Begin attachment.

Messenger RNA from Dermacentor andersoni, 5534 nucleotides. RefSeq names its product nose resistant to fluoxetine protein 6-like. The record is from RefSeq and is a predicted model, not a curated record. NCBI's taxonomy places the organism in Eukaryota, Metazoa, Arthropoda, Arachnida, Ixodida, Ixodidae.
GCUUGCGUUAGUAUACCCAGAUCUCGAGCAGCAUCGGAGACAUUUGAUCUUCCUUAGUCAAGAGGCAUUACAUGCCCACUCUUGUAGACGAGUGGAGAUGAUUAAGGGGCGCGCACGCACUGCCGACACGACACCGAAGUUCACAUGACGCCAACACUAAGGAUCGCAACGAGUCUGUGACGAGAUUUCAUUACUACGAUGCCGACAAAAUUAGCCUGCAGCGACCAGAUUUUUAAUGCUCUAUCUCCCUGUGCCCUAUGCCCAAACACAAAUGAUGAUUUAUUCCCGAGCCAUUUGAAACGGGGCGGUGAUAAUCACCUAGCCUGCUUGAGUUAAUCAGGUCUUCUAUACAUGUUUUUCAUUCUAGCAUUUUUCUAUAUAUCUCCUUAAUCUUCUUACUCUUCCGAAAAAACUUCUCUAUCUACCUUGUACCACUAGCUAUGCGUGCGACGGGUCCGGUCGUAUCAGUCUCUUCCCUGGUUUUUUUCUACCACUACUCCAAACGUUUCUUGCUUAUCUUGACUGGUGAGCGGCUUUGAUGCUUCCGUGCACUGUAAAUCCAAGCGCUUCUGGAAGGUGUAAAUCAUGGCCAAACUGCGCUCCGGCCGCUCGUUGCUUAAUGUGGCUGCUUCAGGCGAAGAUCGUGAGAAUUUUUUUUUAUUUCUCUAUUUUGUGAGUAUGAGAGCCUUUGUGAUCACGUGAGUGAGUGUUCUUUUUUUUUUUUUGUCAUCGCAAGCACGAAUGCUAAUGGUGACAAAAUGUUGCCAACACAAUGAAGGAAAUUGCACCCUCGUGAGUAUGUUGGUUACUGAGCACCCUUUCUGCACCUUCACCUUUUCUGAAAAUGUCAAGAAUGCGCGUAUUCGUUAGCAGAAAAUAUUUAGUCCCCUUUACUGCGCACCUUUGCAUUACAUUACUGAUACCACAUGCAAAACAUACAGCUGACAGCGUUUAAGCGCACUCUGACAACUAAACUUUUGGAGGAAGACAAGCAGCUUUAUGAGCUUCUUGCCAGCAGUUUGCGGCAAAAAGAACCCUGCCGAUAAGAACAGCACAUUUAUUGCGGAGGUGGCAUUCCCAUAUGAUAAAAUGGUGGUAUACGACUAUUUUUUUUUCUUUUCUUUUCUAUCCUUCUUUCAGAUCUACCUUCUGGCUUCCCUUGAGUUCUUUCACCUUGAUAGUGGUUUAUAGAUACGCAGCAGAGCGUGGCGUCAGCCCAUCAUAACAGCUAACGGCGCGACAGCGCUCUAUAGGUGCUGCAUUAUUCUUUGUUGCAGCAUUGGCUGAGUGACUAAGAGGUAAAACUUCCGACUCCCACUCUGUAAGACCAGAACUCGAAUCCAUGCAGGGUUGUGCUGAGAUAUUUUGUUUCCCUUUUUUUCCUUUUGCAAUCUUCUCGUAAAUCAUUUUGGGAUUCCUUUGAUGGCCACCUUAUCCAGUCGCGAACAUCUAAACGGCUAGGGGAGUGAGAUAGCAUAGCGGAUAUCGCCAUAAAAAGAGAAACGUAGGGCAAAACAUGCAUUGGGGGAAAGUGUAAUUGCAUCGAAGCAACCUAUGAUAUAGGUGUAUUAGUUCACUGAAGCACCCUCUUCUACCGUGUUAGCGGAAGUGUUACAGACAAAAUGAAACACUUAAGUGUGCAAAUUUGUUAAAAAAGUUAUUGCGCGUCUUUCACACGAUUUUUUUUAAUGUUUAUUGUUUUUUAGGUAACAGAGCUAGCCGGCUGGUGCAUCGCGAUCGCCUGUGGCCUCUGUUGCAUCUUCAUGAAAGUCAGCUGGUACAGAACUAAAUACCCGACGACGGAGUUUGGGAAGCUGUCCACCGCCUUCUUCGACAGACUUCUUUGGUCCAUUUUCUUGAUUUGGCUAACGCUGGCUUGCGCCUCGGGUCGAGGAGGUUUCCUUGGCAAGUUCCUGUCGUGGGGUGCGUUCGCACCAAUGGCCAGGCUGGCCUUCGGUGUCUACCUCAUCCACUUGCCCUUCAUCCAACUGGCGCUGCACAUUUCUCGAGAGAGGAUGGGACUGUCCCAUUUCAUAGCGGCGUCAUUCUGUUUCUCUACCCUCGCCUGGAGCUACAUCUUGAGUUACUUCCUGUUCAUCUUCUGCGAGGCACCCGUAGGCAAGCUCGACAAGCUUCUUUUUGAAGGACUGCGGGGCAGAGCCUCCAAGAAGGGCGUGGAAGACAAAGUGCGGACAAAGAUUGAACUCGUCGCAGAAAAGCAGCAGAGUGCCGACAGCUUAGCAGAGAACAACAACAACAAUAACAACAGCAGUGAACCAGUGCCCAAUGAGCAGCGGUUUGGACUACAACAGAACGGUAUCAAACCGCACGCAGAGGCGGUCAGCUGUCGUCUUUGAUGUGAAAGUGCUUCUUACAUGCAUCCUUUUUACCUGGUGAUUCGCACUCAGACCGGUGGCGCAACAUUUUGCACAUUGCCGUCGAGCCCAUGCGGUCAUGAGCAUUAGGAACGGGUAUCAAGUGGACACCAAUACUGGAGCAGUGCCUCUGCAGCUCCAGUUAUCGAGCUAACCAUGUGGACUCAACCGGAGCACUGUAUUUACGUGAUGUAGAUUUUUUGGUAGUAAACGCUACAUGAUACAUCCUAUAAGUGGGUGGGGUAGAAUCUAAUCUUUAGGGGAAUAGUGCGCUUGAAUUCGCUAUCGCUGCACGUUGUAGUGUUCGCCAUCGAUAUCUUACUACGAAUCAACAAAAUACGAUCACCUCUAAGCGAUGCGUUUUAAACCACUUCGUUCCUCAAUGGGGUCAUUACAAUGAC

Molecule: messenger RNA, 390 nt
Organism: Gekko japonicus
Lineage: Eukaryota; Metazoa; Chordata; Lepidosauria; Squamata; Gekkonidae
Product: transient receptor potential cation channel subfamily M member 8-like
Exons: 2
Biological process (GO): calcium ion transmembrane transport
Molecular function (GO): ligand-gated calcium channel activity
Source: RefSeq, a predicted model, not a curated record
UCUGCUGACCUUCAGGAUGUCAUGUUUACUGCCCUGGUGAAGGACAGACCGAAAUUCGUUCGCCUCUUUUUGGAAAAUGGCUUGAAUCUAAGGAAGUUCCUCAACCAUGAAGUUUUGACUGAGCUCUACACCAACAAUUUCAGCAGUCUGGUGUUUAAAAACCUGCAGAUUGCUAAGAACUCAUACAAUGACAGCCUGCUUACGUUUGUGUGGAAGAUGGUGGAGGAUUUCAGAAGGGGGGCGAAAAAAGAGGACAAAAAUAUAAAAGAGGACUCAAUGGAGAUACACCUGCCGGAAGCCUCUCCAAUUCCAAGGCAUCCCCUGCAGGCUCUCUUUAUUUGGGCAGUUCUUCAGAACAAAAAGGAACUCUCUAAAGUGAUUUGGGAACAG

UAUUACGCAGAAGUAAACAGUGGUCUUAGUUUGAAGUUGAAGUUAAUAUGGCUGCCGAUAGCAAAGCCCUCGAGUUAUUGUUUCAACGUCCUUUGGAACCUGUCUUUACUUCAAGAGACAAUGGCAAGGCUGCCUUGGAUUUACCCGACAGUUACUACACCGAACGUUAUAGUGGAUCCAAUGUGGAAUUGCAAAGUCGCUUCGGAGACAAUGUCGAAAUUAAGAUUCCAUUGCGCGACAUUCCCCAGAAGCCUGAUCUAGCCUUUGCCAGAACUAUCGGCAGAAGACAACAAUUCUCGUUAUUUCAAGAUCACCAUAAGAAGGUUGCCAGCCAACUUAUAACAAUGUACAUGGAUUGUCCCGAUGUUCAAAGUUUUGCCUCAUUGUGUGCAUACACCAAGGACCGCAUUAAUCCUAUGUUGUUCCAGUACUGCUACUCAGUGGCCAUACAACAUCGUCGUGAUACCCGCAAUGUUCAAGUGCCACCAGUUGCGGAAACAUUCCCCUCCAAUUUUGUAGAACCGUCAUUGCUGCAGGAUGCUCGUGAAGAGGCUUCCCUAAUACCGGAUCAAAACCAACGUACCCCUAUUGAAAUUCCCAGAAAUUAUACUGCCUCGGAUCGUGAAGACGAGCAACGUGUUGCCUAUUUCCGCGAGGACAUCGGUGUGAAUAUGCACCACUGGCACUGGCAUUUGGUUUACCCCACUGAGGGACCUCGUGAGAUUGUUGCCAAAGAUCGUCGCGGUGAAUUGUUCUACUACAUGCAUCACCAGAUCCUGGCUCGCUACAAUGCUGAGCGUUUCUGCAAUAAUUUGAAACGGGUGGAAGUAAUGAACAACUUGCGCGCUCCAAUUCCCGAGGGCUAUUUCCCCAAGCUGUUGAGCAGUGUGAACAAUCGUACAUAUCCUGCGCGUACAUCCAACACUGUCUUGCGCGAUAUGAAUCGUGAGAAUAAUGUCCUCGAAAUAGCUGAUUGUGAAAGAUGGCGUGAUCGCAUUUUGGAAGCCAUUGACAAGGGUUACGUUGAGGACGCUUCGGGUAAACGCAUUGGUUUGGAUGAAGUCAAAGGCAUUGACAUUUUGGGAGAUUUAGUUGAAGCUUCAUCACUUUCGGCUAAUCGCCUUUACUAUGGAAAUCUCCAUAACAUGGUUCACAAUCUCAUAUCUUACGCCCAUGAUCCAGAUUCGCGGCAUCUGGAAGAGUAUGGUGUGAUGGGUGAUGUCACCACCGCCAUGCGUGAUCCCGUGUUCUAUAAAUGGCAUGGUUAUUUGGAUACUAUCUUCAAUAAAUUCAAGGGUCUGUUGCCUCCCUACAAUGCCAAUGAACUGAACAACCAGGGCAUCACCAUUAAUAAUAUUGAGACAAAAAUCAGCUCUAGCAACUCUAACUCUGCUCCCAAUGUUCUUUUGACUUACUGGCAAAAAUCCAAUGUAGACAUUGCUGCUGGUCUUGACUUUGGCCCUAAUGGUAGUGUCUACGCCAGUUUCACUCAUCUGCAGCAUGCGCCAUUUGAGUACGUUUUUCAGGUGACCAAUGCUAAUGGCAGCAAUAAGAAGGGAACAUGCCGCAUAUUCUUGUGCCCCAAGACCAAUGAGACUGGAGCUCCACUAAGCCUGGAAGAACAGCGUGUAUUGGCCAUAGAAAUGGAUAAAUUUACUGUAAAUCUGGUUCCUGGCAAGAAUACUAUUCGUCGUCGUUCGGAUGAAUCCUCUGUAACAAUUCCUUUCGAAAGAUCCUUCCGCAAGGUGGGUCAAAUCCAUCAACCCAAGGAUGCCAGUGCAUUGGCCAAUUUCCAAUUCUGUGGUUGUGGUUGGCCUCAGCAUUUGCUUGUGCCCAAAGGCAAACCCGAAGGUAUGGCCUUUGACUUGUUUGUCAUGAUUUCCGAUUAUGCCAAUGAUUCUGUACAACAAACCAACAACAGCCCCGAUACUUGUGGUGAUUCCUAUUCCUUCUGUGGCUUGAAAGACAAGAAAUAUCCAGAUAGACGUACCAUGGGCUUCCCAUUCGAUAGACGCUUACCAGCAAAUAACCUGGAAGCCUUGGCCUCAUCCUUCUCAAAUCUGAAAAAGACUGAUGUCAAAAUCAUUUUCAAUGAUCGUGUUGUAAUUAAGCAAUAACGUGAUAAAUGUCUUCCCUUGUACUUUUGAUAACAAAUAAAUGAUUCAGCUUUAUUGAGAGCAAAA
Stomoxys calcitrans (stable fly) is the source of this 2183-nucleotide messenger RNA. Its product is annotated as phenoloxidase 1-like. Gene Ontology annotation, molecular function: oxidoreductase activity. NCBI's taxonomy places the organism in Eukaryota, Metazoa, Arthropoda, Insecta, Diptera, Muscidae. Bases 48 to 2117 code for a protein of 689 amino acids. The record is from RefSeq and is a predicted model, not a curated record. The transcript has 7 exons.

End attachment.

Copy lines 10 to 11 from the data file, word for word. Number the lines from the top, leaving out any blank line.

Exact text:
Source: RefSeq, a predicted model, not a curated record
UCUGCUGACCUUCAGGAUGUCAUGUUUACUGCCCUGGUGAAGGACAGACCGAAAUUCGUUCGCCUCUUUUUGGAAAAUGGCUUGAAUCUAAGGAAGUUCCUCAACCAUGAAGUUUUGACUGAGCUCUACACCAACAAUUUCAGCAGUCUGGUGUUUAAAAACCUGCAGAUUGCUAAGAACUCAUACAAUGACAGCCUGCUUACGUUUGUGUGGAAGAUGGUGGAGGAUUUCAGAAGGGGGGCGAAAAAAGAGGACAAAAAUAUAAAAGAGGACUCAAUGGAGAUACACCUGCCGGAAGCCUCUCCAAUUCCAAGGCAUCCCCUGCAGGCUCUCUUUAUUUGGGCAGUUCUUCAGAACAAAAAGGAACUCUCUAAAGUGAUUUGGGAACAG